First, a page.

In the two cases she was dealing with the plaintiff attorneys had, in amendments made at the last minute and after the RAF had pleaded to the original claims, inflated the claims more than threefold and in ways that were unjustified by the facts, the judge found. Pliant or unscrupulous doctors also played a role.

She said the cases showed a modus operandi in which the RAF was unrepresented and “overwhelmed by the sheer volume of cases and/or the officials are pliable. They thus place undue reliance on the representations of the plaintiff’s attorney as to the loss.”

Because there were no lawyers for the RAF the fund was vulnerable: “This unprotected position that these public funds find themselves in has obviously not escaped those who wish to exploit the fund. These cases are but two instances of widespread exploitation.”

In the cases she was dealing with, the plaintiff attorneys and the RAF settled, agreed on damages and did not want the court involved. The judge had to insist the cases came before her for a decision.

Fisher described the efforts made by the courts over the years to ensure judicial oversight and stem the tide of corruption in this area. But she said “as fast as the judiciary puts in place measures … the more moves are contrived by unscrupulous plaintiffs’ attorneys and the RAF to circumvent these attempts. This is obviously of greater concern now that the RAF is unrepresented by attorneys as there is now even more scope for malfeasance and manipulation.”

However, one of the arguments forcefully made before judge Kollapen’s full bench was that the “civil trial rolls were in chaos and that many matters are being postponed, default judgments are being granted against the RAF and the approach of the RAF is to settle at any cost.”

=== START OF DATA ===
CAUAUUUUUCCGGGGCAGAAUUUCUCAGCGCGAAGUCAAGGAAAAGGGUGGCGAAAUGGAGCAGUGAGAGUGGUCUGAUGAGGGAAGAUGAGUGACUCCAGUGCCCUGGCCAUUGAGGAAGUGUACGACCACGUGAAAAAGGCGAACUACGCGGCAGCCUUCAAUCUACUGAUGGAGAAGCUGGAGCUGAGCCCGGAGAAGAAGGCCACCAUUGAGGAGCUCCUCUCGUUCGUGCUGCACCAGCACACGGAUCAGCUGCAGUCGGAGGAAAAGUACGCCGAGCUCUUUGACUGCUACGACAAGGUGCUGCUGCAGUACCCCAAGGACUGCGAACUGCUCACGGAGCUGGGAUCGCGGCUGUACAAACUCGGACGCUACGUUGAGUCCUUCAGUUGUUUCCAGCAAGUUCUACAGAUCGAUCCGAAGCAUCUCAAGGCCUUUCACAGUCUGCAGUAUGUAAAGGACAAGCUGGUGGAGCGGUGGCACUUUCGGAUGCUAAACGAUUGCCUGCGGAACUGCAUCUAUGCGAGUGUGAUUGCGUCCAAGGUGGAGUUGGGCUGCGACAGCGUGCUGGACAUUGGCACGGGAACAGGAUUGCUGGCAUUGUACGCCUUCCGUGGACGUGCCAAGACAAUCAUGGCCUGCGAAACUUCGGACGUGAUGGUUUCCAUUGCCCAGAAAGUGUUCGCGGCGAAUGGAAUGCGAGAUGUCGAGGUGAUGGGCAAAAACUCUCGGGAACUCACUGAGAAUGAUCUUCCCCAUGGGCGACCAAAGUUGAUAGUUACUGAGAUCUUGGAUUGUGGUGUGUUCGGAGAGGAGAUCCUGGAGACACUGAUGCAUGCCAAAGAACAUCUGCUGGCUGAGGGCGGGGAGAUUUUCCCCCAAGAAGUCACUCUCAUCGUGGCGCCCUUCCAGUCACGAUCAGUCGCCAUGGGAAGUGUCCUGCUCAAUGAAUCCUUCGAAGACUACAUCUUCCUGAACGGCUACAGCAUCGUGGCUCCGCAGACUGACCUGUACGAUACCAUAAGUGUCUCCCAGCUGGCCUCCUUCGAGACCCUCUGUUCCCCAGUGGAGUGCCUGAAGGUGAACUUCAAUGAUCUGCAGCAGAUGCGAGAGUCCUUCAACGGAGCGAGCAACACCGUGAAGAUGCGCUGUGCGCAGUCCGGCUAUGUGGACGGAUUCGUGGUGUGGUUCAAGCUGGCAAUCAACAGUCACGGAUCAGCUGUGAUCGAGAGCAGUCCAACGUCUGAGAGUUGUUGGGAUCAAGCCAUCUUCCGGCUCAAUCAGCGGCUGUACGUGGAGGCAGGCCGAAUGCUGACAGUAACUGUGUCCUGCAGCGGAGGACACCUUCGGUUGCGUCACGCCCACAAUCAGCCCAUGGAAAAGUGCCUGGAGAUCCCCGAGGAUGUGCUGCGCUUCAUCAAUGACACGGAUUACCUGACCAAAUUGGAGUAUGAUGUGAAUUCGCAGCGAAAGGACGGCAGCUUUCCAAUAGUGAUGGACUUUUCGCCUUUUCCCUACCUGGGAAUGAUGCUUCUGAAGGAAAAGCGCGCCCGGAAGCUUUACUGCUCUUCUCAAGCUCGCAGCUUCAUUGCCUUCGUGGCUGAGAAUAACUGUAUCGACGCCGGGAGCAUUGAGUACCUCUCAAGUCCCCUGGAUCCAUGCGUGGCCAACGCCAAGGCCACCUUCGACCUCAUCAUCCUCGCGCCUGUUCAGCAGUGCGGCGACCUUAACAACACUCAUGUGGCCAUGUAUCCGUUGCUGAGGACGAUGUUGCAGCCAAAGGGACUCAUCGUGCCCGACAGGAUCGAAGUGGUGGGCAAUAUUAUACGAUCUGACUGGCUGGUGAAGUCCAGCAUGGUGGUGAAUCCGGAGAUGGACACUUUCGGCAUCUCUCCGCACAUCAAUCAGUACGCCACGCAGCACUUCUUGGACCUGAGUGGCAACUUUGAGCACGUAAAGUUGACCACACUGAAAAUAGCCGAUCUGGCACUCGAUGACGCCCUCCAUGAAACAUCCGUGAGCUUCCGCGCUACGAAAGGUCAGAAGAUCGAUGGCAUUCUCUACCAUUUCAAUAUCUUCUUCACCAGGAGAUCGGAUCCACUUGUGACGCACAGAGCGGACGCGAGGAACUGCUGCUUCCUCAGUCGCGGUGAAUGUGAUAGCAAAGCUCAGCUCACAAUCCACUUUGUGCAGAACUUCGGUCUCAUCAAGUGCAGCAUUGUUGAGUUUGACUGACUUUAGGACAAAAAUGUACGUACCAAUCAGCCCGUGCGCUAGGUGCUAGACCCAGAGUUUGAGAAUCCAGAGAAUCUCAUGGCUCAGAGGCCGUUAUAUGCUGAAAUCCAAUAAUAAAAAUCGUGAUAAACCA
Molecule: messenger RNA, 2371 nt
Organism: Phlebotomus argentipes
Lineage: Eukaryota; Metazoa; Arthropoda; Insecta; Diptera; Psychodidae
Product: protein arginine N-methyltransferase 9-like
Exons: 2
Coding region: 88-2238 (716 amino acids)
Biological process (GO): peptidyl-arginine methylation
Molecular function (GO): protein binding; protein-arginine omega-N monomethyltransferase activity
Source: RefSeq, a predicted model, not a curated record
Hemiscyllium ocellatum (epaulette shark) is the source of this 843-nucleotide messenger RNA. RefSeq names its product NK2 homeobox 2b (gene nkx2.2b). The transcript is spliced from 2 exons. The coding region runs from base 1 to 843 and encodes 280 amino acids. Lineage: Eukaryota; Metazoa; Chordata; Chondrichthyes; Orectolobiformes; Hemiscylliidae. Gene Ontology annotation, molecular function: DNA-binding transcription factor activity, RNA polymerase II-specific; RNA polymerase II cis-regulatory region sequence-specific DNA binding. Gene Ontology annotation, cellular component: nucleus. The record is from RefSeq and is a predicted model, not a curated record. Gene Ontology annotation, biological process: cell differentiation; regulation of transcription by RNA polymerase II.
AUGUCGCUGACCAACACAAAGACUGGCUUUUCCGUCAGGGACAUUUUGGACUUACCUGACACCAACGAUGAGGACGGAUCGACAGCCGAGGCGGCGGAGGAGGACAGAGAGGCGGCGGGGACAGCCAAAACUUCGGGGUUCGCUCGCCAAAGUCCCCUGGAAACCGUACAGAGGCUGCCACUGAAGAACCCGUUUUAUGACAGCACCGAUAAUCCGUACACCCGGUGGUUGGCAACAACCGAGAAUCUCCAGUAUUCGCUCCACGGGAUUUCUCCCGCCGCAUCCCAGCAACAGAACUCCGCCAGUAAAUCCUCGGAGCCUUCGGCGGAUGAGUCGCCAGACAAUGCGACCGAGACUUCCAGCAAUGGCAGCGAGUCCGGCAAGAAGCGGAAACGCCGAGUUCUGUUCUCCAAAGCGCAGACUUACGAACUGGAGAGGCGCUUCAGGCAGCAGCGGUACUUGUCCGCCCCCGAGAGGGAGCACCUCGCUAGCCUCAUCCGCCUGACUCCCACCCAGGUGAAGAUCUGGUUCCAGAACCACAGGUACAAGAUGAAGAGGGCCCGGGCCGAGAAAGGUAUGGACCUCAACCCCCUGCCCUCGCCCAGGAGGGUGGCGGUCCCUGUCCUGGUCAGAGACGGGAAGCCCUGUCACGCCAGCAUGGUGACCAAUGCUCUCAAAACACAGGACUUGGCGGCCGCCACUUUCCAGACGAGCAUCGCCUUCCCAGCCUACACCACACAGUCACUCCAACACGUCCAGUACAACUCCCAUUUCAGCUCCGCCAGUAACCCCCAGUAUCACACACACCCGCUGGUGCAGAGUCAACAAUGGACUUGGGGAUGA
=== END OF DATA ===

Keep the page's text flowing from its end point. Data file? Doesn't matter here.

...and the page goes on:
The evidence of chaos, disruption and a judicial system in disarray remains scattered, anecdotal and relatively isolated.

Judge Jody Kollapen

However, Kollapen said while there has been some disruption, this would have been inevitable with the transition from an old established model to a new model. Even in those cases cited, “the outcomes have generally not been prejudicial to claimants or the system as a whole”.

“The evidence of chaos, disruption and a judicial system in disarray remains scattered, anecdotal and relatively isolated,” said Kollapen.

It is therefore unclear from the judgments how badly the decision to scrap the panel lawyer system has affected the RAF.

But it was apparently implemented without considering what would happen in pending litigation. According to a source within the courts, this period has exposed other worrying practices: unscrupulous plaintiff lawyers have taken advantage of the RAF’s vulnerability and flooded the courts with myriad trial date requests while there is no real dispute worthy of going to trial. This is not because they have any interest in running trials, but simply to force the RAF into hasty, ill-conceived settlement agreements that continue to drain the fund’s already depleted coffers.

The chaos on court rolls, while its extent may be debatable, is a consequence, says the source, of the RAF’s current non-lawyer representatives, called “claims handlers”, who don’t respond to correspondence and do not participate in judicial case-management processes.

While there is nothing to prevent the RAF from using in-house attorneys, provided the transition is done lawfully, regulators may also want to consider the vulnerabilities identified by Fisher’s judgment.